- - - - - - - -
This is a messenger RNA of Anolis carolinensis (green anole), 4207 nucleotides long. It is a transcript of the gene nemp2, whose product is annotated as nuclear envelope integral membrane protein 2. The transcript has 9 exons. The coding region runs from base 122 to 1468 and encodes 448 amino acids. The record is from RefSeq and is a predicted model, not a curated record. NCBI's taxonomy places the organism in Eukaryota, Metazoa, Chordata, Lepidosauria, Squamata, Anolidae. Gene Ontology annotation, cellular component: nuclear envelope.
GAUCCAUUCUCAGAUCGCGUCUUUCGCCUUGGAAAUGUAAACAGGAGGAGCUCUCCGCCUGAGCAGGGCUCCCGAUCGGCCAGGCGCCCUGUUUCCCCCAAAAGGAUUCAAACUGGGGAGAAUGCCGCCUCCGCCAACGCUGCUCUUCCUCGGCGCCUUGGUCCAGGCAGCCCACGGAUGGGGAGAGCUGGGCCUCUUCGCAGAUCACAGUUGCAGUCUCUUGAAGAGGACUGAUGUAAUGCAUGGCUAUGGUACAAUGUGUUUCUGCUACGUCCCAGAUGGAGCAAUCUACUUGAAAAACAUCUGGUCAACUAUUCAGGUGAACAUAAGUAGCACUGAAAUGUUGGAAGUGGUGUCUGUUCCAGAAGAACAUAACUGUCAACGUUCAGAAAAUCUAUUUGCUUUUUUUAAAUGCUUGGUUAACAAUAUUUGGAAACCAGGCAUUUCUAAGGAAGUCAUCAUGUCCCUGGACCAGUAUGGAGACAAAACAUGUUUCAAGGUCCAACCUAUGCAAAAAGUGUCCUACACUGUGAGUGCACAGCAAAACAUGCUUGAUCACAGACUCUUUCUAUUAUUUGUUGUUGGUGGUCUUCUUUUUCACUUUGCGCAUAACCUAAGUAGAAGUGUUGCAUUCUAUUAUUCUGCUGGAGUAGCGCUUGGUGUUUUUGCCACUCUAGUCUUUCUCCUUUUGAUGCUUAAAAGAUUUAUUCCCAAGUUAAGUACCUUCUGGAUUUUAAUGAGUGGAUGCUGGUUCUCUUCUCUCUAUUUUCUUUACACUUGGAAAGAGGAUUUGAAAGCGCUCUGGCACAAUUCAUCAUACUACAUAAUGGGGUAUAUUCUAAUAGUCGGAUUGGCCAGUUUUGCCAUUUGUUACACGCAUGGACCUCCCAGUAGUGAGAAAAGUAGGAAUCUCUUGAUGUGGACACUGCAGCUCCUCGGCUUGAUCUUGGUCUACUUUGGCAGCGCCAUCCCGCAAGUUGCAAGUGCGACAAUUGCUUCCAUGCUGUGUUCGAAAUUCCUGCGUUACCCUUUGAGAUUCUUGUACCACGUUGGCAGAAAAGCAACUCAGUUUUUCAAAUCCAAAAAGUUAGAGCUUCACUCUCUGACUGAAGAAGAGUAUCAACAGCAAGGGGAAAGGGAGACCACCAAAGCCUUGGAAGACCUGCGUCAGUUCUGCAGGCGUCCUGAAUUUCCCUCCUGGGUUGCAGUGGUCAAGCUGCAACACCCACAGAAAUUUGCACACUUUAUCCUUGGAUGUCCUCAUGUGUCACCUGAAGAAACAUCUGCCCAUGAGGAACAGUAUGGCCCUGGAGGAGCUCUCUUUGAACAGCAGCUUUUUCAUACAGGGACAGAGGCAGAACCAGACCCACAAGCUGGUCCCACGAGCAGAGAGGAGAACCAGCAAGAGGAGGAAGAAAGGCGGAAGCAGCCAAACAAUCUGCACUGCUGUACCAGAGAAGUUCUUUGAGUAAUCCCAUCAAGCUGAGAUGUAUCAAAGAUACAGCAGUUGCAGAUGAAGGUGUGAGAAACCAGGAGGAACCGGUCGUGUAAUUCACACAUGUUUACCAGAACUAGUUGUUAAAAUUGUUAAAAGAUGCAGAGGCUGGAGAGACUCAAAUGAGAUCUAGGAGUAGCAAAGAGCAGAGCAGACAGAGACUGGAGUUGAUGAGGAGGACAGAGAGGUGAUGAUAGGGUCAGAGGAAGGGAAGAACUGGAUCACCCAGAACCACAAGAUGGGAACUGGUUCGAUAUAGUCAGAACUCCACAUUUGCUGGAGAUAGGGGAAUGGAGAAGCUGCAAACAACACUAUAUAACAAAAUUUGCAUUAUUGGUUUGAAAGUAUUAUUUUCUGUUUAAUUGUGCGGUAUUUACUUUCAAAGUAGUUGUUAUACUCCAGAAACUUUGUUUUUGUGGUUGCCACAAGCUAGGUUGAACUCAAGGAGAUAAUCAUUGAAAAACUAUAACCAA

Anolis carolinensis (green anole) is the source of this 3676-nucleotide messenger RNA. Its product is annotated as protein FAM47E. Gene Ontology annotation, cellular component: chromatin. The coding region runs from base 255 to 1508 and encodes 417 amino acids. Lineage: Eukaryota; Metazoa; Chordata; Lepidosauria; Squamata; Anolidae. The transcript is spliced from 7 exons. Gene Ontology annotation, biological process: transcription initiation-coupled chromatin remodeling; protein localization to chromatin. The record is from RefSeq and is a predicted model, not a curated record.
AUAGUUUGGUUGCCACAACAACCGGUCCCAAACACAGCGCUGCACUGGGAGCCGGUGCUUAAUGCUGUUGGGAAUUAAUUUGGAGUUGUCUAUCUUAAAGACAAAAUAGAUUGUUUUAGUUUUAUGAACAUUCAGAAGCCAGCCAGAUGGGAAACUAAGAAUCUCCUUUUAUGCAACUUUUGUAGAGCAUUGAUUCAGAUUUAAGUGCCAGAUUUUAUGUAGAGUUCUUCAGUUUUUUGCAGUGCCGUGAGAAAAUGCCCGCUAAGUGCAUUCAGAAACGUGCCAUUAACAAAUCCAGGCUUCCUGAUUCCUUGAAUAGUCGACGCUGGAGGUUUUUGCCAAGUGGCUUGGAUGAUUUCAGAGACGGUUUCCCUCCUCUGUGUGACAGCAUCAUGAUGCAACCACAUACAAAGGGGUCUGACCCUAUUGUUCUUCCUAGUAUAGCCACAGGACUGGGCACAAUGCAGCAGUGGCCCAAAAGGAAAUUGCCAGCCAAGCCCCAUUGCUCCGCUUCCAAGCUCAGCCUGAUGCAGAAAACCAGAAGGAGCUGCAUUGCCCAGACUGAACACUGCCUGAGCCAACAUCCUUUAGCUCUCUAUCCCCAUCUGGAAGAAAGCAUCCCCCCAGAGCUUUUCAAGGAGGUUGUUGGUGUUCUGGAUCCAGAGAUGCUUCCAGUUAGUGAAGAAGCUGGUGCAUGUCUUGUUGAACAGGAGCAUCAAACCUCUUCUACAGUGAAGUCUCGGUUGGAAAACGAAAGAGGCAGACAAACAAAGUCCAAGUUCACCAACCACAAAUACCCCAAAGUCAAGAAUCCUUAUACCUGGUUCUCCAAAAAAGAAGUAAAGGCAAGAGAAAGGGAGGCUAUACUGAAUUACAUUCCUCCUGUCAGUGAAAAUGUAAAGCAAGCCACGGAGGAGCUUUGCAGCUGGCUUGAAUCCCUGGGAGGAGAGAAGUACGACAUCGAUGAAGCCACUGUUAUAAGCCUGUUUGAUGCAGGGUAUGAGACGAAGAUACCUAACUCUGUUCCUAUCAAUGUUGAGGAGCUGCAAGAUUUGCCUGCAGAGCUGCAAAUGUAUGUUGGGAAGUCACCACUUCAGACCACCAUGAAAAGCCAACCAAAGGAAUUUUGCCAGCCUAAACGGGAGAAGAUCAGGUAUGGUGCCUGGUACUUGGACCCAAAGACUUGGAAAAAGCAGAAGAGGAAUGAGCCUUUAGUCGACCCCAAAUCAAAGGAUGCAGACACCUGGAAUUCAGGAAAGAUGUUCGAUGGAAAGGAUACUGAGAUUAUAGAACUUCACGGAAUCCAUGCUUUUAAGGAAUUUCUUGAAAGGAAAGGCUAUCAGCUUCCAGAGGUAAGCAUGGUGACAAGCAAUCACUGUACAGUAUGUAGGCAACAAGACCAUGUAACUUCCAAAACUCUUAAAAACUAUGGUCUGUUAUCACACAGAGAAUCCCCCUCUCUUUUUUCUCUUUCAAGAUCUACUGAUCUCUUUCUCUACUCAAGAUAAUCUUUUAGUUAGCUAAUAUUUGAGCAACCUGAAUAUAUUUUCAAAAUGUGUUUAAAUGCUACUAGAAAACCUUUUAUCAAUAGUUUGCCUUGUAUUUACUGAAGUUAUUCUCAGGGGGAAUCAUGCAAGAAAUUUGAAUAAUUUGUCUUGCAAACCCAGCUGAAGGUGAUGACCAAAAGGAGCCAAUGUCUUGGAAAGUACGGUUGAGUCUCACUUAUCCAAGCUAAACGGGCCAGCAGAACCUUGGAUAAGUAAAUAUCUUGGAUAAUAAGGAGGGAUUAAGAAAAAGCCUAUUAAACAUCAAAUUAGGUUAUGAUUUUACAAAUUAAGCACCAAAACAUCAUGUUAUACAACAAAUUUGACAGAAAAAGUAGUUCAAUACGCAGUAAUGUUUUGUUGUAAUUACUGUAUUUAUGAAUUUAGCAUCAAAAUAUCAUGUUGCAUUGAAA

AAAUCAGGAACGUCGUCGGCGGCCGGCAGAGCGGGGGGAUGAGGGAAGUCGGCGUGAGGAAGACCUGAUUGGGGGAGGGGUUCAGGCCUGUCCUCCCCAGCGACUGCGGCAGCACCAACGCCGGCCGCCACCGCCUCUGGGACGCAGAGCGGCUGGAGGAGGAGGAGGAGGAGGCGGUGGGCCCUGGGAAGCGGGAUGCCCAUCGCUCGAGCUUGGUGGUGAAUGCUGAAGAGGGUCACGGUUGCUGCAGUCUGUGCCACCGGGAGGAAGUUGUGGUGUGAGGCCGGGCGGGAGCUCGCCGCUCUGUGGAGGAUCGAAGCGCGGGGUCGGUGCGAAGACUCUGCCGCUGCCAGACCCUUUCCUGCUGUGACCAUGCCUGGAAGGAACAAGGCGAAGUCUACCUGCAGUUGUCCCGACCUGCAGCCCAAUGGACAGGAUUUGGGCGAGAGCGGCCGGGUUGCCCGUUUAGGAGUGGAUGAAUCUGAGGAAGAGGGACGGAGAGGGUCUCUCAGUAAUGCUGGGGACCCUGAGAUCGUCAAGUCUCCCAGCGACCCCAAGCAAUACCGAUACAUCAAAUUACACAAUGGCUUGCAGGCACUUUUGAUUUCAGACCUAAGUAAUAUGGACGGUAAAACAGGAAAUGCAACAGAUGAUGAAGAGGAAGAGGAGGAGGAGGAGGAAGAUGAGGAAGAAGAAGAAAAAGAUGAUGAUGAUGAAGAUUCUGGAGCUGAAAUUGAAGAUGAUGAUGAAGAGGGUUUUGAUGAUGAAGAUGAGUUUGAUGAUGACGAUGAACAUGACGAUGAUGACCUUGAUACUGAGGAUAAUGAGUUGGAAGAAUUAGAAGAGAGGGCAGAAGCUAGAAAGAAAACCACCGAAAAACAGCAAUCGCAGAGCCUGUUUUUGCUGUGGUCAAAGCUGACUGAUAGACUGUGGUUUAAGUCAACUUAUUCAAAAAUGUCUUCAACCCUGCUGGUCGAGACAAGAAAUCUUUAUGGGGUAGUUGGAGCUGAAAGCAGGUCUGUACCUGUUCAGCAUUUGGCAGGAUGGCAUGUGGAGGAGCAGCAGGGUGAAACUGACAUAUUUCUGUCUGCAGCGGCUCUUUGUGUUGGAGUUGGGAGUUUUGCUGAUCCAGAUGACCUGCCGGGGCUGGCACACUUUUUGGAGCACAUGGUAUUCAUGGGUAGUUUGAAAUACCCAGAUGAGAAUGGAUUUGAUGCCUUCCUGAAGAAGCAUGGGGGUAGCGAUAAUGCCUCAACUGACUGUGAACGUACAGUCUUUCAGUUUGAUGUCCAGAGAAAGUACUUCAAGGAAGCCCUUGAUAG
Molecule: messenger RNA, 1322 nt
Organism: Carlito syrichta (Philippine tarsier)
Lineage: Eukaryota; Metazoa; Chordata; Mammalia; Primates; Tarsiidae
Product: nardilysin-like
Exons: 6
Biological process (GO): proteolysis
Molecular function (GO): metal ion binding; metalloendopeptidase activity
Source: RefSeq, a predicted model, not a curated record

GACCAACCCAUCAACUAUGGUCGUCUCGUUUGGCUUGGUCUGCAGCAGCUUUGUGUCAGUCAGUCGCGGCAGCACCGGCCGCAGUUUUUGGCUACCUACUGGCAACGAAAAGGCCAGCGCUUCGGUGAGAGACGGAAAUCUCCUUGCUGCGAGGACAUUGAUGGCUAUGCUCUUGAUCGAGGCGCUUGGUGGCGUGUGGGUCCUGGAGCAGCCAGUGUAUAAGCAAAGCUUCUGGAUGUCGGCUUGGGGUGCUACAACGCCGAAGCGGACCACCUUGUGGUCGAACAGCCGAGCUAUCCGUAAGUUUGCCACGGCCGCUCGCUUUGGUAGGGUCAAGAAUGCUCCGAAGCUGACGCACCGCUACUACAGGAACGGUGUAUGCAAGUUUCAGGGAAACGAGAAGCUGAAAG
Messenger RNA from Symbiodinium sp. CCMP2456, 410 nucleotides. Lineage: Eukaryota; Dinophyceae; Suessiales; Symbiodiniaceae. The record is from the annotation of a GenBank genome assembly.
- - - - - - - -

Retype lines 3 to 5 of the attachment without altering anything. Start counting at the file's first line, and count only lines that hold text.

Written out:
Anolis carolinensis (green anole) is the source of this 3676-nucleotide messenger RNA. Its product is annotated as protein FAM47E. Gene Ontology annotation, cellular component: chromatin. The coding region runs from base 255 to 1508 and encodes 417 amino acids. Lineage: Eukaryota; Metazoa; Chordata; Lepidosauria; Squamata; Anolidae. The transcript is spliced from 7 exons. Gene Ontology annotation, biological process: transcription initiation-coupled chromatin remodeling; protein localization to chromatin. The record is from RefSeq and is a predicted model, not a curated record.
AUAGUUUGGUUGCCACAACAACCGGUCCCAAACACAGCGCUGCACUGGGAGCCGGUGCUUAAUGCUGUUGGGAAUUAAUUUGGAGUUGUCUAUCUUAAAGACAAAAUAGAUUGUUUUAGUUUUAUGAACAUUCAGAAGCCAGCCAGAUGGGAAACUAAGAAUCUCCUUUUAUGCAACUUUUGUAGAGCAUUGAUUCAGAUUUAAGUGCCAGAUUUUAUGUAGAGUUCUUCAGUUUUUUGCAGUGCCGUGAGAAAAUGCCCGCUAAGUGCAUUCAGAAACGUGCCAUUAACAAAUCCAGGCUUCCUGAUUCCUUGAAUAGUCGACGCUGGAGGUUUUUGCCAAGUGGCUUGGAUGAUUUCAGAGACGGUUUCCCUCCUCUGUGUGACAGCAUCAUGAUGCAACCACAUACAAAGGGGUCUGACCCUAUUGUUCUUCCUAGUAUAGCCACAGGACUGGGCACAAUGCAGCAGUGGCCCAAAAGGAAAUUGCCAGCCAAGCCCCAUUGCUCCGCUUCCAAGCUCAGCCUGAUGCAGAAAACCAGAAGGAGCUGCAUUGCCCAGACUGAACACUGCCUGAGCCAACAUCCUUUAGCUCUCUAUCCCCAUCUGGAAGAAAGCAUCCCCCCAGAGCUUUUCAAGGAGGUUGUUGGUGUUCUGGAUCCAGAGAUGCUUCCAGUUAGUGAAGAAGCUGGUGCAUGUCUUGUUGAACAGGAGCAUCAAACCUCUUCUACAGUGAAGUCUCGGUUGGAAAACGAAAGAGGCAGACAAACAAAGUCCAAGUUCACCAACCACAAAUACCCCAAAGUCAAGAAUCCUUAUACCUGGUUCUCCAAAAAAGAAGUAAAGGCAAGAGAAAGGGAGGCUAUACUGAAUUACAUUCCUCCUGUCAGUGAAAAUGUAAAGCAAGCCACGGAGGAGCUUUGCAGCUGGCUUGAAUCCCUGGGAGGAGAGAAGUACGACAUCGAUGAAGCCACUGUUAUAAGCCUGUUUGAUGCAGGGUAUGAGACGAAGAUACCUAACUCUGUUCCUAUCAAUGUUGAGGAGCUGCAAGAUUUGCCUGCAGAGCUGCAAAUGUAUGUUGGGAAGUCACCACUUCAGACCACCAUGAAAAGCCAACCAAAGGAAUUUUGCCAGCCUAAACGGGAGAAGAUCAGGUAUGGUGCCUGGUACUUGGACCCAAAGACUUGGAAAAAGCAGAAGAGGAAUGAGCCUUUAGUCGACCCCAAAUCAAAGGAUGCAGACACCUGGAAUUCAGGAAAGAUGUUCGAUGGAAAGGAUACUGAGAUUAUAGAACUUCACGGAAUCCAUGCUUUUAAGGAAUUUCUUGAAAGGAAAGGCUAUCAGCUUCCAGAGGUAAGCAUGGUGACAAGCAAUCACUGUACAGUAUGUAGGCAACAAGACCAUGUAACUUCCAAAACUCUUAAAAACUAUGGUCUGUUAUCACACAGAGAAUCCCCCUCUCUUUUUUCUCUUUCAAGAUCUACUGAUCUCUUUCUCUACUCAAGAUAAUCUUUUAGUUAGCUAAUAUUUGAGCAACCUGAAUAUAUUUUCAAAAUGUGUUUAAAUGCUACUAGAAAACCUUUUAUCAAUAGUUUGCCUUGUAUUUACUGAAGUUAUUCUCAGGGGGAAUCAUGCAAGAAAUUUGAAUAAUUUGUCUUGCAAACCCAGCUGAAGGUGAUGACCAAAAGGAGCCAAUGUCUUGGAAAGUACGGUUGAGUCUCACUUAUCCAAGCUAAACGGGCCAGCAGAACCUUGGAUAAGUAAAUAUCUUGGAUAAUAAGGAGGGAUUAAGAAAAAGCCUAUUAAACAUCAAAUUAGGUUAUGAUUUUACAAAUUAAGCACCAAAACAUCAUGUUAUACAACAAAUUUGACAGAAAAAGUAGUUCAAUACGCAGUAAUGUUUUGUUGUAAUUACUGUAUUUAUGAAUUUAGCAUCAAAAUAUCAUGUUGCAUUGAAA

AAAUCAGGAACGUCGUCGGCGGCCGGCAGAGCGGGGGGAUGAGGGAAGUCGGCGUGAGGAAGACCUGAUUGGGGGAGGGGUUCAGGCCUGUCCUCCCCAGCGACUGCGGCAGCACCAACGCCGGCCGCCACCGCCUCUGGGACGCAGAGCGGCUGGAGGAGGAGGAGGAGGAGGCGGUGGGCCCUGGGAAGCGGGAUGCCCAUCGCUCGAGCUUGGUGGUGAAUGCUGAAGAGGGUCACGGUUGCUGCAGUCUGUGCCACCGGGAGGAAGUUGUGGUGUGAGGCCGGGCGGGAGCUCGCCGCUCUGUGGAGGAUCGAAGCGCGGGGUCGGUGCGAAGACUCUGCCGCUGCCAGACCCUUUCCUGCUGUGACCAUGCCUGGAAGGAACAAGGCGAAGUCUACCUGCAGUUGUCCCGACCUGCAGCCCAAUGGACAGGAUUUGGGCGAGAGCGGCCGGGUUGCCCGUUUAGGAGUGGAUGAAUCUGAGGAAGAGGGACGGAGAGGGUCUCUCAGUAAUGCUGGGGACCCUGAGAUCGUCAAGUCUCCCAGCGACCCCAAGCAAUACCGAUACAUCAAAUUACACAAUGGCUUGCAGGCACUUUUGAUUUCAGACCUAAGUAAUAUGGACGGUAAAACAGGAAAUGCAACAGAUGAUGAAGAGGAAGAGGAGGAGGAGGAGGAAGAUGAGGAAGAAGAAGAAAAAGAUGAUGAUGAUGAAGAUUCUGGAGCUGAAAUUGAAGAUGAUGAUGAAGAGGGUUUUGAUGAUGAAGAUGAGUUUGAUGAUGACGAUGAACAUGACGAUGAUGACCUUGAUACUGAGGAUAAUGAGUUGGAAGAAUUAGAAGAGAGGGCAGAAGCUAGAAAGAAAACCACCGAAAAACAGCAAUCGCAGAGCCUGUUUUUGCUGUGGUCAAAGCUGACUGAUAGACUGUGGUUUAAGUCAACUUAUUCAAAAAUGUCUUCAACCCUGCUGGUCGAGACAAGAAAUCUUUAUGGGGUAGUUGGAGCUGAAAGCAGGUCUGUACCUGUUCAGCAUUUGGCAGGAUGGCAUGUGGAGGAGCAGCAGGGUGAAACUGACAUAUUUCUGUCUGCAGCGGCUCUUUGUGUUGGAGUUGGGAGUUUUGCUGAUCCAGAUGACCUGCCGGGGCUGGCACACUUUUUGGAGCACAUGGUAUUCAUGGGUAGUUUGAAAUACCCAGAUGAGAAUGGAUUUGAUGCCUUCCUGAAGAAGCAUGGGGGUAGCGAUAAUGCCUCAACUGACUGUGAACGUACAGUCUUUCAGUUUGAUGUCCAGAGAAAGUACUUCAAGGAAGCCCUUGAUAG